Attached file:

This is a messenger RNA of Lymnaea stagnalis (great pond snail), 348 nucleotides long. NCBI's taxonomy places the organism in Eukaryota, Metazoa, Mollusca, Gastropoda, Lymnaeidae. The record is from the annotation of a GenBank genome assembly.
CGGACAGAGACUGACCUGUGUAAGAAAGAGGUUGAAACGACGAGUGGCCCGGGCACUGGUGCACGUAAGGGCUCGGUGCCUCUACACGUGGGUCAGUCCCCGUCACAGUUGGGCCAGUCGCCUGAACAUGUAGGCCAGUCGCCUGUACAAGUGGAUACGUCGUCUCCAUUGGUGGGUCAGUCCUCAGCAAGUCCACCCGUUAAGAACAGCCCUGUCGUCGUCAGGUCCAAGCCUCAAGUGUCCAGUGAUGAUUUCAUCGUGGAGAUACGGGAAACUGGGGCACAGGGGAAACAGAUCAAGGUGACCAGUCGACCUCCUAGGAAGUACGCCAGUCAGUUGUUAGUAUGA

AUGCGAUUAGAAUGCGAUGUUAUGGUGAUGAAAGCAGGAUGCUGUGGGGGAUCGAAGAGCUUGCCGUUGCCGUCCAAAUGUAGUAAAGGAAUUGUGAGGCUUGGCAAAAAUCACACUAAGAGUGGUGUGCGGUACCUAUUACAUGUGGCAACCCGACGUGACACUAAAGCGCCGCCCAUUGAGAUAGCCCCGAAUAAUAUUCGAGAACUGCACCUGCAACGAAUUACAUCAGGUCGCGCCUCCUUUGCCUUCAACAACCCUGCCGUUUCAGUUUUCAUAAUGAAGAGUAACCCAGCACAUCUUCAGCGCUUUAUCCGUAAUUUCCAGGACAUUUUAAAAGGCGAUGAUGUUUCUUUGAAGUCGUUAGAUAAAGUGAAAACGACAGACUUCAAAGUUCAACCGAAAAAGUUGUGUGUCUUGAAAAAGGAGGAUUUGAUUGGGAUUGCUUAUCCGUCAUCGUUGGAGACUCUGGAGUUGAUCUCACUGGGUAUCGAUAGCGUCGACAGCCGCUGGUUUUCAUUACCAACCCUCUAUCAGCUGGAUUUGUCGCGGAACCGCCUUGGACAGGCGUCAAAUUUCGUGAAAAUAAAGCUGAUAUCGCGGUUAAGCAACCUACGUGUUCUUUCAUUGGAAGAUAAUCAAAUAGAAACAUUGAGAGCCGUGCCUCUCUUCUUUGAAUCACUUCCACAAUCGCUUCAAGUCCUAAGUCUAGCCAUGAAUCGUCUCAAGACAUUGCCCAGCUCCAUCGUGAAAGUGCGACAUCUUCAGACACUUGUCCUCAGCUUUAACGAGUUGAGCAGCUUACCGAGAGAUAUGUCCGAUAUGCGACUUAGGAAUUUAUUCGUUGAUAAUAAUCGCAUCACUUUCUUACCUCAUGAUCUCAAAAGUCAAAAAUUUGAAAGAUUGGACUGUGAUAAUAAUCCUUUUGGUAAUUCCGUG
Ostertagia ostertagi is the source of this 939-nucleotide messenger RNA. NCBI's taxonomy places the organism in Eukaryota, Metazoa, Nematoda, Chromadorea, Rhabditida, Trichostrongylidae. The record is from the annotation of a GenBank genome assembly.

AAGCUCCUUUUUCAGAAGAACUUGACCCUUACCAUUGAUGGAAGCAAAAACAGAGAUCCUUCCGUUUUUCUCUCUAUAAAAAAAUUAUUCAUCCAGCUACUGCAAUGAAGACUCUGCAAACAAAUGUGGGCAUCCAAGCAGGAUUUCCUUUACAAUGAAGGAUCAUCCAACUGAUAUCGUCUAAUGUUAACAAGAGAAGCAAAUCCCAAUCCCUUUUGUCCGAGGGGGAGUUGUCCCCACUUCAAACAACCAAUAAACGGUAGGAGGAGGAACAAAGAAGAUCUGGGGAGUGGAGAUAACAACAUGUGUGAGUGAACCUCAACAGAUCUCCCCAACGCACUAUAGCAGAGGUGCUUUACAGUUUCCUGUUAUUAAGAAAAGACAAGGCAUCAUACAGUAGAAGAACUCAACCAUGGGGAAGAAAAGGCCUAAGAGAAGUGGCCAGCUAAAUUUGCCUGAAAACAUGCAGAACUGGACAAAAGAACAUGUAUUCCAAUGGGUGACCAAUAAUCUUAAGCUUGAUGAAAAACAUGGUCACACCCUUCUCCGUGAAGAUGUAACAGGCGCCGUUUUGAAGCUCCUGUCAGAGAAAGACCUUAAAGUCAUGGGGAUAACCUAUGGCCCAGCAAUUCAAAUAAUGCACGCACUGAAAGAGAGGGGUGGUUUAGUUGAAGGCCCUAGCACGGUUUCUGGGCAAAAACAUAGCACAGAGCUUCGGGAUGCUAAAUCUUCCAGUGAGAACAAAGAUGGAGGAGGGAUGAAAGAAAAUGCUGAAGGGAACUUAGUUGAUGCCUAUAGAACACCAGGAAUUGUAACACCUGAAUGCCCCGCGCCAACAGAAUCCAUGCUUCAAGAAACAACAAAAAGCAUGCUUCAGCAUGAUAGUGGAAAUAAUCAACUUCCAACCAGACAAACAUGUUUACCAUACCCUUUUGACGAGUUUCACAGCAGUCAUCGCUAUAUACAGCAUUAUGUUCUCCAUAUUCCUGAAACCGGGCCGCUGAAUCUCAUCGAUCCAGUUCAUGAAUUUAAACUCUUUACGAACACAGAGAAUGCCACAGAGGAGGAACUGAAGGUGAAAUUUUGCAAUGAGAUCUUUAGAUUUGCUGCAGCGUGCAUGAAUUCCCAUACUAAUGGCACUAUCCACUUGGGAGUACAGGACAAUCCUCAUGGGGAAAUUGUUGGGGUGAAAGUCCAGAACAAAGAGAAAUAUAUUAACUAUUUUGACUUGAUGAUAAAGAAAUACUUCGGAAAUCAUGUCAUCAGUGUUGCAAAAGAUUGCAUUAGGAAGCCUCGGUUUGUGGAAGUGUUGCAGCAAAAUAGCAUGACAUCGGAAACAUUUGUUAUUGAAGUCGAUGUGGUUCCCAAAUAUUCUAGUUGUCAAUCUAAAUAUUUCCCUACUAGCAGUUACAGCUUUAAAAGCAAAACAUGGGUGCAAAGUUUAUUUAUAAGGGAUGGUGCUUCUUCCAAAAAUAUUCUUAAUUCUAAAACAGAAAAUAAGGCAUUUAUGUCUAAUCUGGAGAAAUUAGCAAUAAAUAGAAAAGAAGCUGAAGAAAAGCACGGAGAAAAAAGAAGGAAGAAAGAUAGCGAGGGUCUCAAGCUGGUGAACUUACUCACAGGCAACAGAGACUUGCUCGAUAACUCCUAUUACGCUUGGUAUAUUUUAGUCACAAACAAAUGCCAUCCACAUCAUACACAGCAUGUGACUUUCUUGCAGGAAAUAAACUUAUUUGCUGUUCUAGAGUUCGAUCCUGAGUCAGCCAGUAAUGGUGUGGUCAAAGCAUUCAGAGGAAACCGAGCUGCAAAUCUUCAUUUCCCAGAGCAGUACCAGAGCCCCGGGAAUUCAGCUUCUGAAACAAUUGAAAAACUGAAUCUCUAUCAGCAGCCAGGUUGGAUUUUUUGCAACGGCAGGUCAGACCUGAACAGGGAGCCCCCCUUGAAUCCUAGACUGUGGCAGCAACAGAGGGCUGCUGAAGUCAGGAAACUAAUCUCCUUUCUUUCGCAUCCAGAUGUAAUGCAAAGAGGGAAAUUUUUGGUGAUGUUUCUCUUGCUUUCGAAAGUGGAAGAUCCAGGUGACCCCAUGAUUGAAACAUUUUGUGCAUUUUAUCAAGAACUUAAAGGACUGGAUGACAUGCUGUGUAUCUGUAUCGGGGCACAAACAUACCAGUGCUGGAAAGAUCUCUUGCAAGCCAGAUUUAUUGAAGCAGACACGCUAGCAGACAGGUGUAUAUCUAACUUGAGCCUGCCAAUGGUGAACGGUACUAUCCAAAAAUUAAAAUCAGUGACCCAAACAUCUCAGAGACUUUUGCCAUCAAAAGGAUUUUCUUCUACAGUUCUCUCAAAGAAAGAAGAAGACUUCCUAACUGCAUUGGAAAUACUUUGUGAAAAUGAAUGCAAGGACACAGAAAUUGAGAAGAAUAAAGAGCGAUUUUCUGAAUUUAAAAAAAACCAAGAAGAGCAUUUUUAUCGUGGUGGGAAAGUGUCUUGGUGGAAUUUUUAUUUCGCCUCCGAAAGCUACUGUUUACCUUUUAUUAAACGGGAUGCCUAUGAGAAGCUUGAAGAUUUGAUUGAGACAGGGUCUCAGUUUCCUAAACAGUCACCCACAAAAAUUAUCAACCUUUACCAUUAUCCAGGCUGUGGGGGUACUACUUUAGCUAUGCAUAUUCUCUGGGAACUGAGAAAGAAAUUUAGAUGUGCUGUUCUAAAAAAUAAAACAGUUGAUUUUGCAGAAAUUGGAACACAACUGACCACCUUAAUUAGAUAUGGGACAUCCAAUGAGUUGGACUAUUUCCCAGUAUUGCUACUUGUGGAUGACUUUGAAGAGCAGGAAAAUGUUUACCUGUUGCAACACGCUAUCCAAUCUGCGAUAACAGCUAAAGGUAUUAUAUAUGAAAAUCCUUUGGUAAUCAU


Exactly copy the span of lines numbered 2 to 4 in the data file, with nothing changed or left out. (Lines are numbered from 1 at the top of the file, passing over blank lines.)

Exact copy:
CGGACAGAGACUGACCUGUGUAAGAAAGAGGUUGAAACGACGAGUGGCCCGGGCACUGGUGCACGUAAGGGCUCGGUGCCUCUACACGUGGGUCAGUCCCCGUCACAGUUGGGCCAGUCGCCUGAACAUGUAGGCCAGUCGCCUGUACAAGUGGAUACGUCGUCUCCAUUGGUGGGUCAGUCCUCAGCAAGUCCACCCGUUAAGAACAGCCCUGUCGUCGUCAGGUCCAAGCCUCAAGUGUCCAGUGAUGAUUUCAUCGUGGAGAUACGGGAAACUGGGGCACAGGGGAAACAGAUCAAGGUGACCAGUCGACCUCCUAGGAAGUACGCCAGUCAGUUGUUAGUAUGA

AUGCGAUUAGAAUGCGAUGUUAUGGUGAUGAAAGCAGGAUGCUGUGGGGGAUCGAAGAGCUUGCCGUUGCCGUCCAAAUGUAGUAAAGGAAUUGUGAGGCUUGGCAAAAAUCACACUAAGAGUGGUGUGCGGUACCUAUUACAUGUGGCAACCCGACGUGACACUAAAGCGCCGCCCAUUGAGAUAGCCCCGAAUAAUAUUCGAGAACUGCACCUGCAACGAAUUACAUCAGGUCGCGCCUCCUUUGCCUUCAACAACCCUGCCGUUUCAGUUUUCAUAAUGAAGAGUAACCCAGCACAUCUUCAGCGCUUUAUCCGUAAUUUCCAGGACAUUUUAAAAGGCGAUGAUGUUUCUUUGAAGUCGUUAGAUAAAGUGAAAACGACAGACUUCAAAGUUCAACCGAAAAAGUUGUGUGUCUUGAAAAAGGAGGAUUUGAUUGGGAUUGCUUAUCCGUCAUCGUUGGAGACUCUGGAGUUGAUCUCACUGGGUAUCGAUAGCGUCGACAGCCGCUGGUUUUCAUUACCAACCCUCUAUCAGCUGGAUUUGUCGCGGAACCGCCUUGGACAGGCGUCAAAUUUCGUGAAAAUAAAGCUGAUAUCGCGGUUAAGCAACCUACGUGUUCUUUCAUUGGAAGAUAAUCAAAUAGAAACAUUGAGAGCCGUGCCUCUCUUCUUUGAAUCACUUCCACAAUCGCUUCAAGUCCUAAGUCUAGCCAUGAAUCGUCUCAAGACAUUGCCCAGCUCCAUCGUGAAAGUGCGACAUCUUCAGACACUUGUCCUCAGCUUUAACGAGUUGAGCAGCUUACCGAGAGAUAUGUCCGAUAUGCGACUUAGGAAUUUAUUCGUUGAUAAUAAUCGCAUCACUUUCUUACCUCAUGAUCUCAAAAGUCAAAAAUUUGAAAGAUUGGACUGUGAUAAUAAUCCUUUUGGUAAUUCCGUG
Ostertagia ostertagi is the source of this 939-nucleotide messenger RNA. NCBI's taxonomy places the organism in Eukaryota, Metazoa, Nematoda, Chromadorea, Rhabditida, Trichostrongylidae. The record is from the annotation of a GenBank genome assembly.